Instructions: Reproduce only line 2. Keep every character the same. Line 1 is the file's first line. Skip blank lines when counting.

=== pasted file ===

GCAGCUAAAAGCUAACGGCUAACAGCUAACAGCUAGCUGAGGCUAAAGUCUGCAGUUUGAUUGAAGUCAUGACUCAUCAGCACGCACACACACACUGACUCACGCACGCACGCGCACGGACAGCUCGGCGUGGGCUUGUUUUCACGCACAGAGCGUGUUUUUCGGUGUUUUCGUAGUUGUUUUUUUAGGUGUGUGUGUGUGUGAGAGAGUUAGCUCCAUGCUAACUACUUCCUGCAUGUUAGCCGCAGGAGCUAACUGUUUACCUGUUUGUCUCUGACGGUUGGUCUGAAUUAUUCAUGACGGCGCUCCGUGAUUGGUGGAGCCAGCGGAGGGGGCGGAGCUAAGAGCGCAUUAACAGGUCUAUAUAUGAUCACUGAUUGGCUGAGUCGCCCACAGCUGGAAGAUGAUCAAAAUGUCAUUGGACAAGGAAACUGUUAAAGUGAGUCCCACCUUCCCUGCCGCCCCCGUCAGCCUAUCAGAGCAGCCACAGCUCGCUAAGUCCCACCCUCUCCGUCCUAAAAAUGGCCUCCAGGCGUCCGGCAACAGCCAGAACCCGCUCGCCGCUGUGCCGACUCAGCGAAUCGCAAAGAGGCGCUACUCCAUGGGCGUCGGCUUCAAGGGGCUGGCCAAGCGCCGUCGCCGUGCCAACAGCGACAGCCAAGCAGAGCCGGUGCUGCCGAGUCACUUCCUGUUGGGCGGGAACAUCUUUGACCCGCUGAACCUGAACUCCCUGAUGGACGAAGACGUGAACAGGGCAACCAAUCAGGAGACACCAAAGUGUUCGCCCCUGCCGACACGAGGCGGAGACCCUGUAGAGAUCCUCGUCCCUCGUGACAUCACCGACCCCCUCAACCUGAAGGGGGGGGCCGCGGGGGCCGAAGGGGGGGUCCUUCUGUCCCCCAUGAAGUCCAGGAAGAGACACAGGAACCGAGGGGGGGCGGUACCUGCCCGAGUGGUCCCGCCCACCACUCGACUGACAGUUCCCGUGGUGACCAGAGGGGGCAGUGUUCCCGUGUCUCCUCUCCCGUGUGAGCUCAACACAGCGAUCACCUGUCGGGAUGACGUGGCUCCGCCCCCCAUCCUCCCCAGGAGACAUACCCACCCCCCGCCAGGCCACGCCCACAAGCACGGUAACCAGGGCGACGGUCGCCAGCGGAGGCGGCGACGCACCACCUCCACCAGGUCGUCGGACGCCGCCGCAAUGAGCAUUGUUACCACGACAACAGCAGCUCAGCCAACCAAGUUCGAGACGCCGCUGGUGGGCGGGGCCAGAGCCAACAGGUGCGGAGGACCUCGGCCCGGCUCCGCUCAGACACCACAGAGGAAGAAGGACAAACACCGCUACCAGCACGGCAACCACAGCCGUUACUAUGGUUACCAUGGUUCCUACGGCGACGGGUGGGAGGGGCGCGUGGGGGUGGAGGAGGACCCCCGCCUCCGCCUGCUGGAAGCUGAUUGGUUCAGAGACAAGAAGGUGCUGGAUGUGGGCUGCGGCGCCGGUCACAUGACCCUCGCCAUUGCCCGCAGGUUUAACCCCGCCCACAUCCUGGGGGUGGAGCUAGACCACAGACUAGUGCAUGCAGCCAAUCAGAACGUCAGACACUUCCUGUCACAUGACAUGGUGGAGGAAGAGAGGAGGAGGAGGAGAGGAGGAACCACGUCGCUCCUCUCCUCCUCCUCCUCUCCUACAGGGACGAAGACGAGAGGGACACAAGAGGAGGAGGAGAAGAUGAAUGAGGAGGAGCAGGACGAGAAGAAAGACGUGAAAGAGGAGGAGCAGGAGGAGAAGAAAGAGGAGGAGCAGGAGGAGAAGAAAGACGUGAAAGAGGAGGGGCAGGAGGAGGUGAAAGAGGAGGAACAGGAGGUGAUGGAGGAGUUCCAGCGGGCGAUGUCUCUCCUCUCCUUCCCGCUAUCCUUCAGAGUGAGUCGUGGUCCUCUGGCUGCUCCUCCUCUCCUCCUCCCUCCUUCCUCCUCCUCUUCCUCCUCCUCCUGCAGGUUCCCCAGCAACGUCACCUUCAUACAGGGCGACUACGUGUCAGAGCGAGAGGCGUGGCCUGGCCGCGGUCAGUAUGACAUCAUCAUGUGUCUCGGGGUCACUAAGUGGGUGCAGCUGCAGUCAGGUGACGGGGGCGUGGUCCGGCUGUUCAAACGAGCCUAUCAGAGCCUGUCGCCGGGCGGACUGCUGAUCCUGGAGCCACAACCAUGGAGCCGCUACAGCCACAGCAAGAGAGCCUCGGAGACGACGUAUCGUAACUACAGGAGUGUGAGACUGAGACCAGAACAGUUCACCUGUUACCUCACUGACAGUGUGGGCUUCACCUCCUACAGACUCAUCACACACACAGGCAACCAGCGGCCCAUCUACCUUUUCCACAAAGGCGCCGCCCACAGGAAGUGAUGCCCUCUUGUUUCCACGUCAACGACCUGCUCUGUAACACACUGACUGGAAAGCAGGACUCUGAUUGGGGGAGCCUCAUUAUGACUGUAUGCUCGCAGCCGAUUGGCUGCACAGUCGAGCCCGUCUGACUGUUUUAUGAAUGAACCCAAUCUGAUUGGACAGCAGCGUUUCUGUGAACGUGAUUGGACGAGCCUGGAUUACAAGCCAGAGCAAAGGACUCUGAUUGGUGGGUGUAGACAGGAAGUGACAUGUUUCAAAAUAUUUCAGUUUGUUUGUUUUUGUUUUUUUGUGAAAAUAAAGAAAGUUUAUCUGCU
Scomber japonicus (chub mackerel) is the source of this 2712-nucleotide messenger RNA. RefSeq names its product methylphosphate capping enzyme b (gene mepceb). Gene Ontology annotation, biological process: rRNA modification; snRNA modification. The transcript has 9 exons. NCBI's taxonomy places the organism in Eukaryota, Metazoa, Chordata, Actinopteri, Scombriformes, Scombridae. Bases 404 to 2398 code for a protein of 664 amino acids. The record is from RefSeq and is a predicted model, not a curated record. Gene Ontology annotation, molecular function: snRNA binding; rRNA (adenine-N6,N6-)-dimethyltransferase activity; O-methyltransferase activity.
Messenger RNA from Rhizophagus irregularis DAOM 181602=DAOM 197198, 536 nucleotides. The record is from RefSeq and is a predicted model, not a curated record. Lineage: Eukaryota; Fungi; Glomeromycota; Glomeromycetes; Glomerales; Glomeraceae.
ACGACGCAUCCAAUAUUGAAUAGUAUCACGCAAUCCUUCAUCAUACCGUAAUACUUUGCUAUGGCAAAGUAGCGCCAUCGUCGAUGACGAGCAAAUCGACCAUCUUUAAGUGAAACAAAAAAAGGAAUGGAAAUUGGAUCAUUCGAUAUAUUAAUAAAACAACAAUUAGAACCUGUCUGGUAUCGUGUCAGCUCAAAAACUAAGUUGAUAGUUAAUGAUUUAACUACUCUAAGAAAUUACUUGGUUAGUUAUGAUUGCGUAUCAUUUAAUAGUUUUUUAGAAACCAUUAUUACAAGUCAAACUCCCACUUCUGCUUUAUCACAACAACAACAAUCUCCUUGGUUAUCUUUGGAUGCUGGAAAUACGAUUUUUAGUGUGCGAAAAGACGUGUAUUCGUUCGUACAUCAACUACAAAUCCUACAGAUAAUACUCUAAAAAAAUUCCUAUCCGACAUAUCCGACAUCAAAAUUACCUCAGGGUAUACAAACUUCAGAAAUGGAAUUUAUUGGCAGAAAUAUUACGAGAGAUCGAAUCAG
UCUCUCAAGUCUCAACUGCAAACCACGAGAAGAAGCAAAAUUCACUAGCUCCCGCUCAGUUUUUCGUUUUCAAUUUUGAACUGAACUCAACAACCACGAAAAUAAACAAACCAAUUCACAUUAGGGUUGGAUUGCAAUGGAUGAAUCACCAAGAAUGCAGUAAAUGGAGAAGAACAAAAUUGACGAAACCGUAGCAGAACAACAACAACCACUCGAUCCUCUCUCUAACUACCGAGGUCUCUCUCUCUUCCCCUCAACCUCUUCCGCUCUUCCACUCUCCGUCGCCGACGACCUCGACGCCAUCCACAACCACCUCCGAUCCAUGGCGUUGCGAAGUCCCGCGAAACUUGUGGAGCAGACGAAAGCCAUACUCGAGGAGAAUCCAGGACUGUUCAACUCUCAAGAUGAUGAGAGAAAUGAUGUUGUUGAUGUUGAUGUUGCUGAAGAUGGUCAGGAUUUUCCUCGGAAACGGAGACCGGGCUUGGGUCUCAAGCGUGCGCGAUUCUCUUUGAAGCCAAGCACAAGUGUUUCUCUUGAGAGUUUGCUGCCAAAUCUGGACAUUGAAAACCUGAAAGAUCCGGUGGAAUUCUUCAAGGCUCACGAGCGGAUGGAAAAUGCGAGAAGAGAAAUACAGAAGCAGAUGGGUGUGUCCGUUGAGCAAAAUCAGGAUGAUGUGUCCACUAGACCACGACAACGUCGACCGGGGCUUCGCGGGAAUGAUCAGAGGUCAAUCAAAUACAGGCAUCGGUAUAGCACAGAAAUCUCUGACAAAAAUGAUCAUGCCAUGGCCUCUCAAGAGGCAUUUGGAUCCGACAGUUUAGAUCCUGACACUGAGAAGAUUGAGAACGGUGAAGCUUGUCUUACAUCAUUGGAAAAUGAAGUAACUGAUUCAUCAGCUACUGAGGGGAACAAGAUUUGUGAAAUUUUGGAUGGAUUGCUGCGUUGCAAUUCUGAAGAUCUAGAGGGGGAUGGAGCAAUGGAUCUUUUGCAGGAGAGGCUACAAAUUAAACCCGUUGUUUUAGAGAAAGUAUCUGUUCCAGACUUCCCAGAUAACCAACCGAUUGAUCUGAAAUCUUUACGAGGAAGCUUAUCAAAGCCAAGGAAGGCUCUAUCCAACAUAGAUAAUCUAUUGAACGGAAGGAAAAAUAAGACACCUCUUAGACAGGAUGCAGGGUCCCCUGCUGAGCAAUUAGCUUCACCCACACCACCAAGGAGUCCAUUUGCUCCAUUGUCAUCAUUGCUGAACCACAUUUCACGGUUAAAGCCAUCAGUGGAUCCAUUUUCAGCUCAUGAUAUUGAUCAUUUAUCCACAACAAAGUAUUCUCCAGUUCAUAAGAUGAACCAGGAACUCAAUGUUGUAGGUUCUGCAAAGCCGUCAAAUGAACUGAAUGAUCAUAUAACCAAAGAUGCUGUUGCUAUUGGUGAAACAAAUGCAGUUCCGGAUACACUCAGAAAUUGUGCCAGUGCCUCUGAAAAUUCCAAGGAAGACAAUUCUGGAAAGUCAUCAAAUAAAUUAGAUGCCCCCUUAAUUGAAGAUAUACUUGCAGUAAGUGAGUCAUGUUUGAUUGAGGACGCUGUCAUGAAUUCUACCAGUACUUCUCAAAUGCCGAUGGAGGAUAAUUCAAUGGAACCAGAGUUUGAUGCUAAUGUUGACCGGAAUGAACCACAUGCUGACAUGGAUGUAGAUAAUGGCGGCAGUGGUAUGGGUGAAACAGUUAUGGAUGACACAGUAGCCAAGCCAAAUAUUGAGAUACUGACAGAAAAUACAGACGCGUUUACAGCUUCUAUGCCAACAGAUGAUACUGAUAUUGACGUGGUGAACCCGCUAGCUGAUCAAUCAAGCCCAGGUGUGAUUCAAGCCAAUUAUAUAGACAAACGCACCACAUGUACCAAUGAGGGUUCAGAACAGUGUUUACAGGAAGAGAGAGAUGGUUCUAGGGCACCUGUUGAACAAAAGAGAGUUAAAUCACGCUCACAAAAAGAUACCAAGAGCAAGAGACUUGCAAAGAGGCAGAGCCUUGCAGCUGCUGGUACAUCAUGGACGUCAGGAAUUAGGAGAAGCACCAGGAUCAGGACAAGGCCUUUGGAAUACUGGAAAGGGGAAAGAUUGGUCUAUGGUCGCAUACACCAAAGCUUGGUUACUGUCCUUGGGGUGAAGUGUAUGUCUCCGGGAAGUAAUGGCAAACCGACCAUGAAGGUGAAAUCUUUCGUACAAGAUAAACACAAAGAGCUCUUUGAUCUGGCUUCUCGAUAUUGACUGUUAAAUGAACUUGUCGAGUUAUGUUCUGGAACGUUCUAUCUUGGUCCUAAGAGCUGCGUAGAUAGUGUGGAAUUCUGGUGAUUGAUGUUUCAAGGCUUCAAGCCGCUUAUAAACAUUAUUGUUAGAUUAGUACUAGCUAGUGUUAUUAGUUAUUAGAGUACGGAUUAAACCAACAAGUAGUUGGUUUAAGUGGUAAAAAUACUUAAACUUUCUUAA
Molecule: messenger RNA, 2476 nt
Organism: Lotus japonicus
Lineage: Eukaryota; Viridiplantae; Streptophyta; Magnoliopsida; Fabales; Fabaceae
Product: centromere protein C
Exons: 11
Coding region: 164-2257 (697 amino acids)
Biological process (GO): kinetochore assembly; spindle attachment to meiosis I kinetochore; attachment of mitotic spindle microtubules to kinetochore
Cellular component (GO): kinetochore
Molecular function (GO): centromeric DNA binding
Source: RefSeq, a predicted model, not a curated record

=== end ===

Scomber japonicus (chub mackerel) is the source of this 2712-nucleotide messenger RNA. RefSeq names its product methylphosphate capping enzyme b (gene mepceb). Gene Ontology annotation, biological process: rRNA modification; snRNA modification. The transcript has 9 exons. NCBI's taxonomy places the organism in Eukaryota, Metazoa, Chordata, Actinopteri, Scombriformes, Scombridae. Bases 404 to 2398 code for a protein of 664 amino acids. The record is from RefSeq and is a predicted model, not a curated record. Gene Ontology annotation, molecular function: snRNA binding; rRNA (adenine-N6,N6-)-dimethyltransferase activity; O-methyltransferase activity.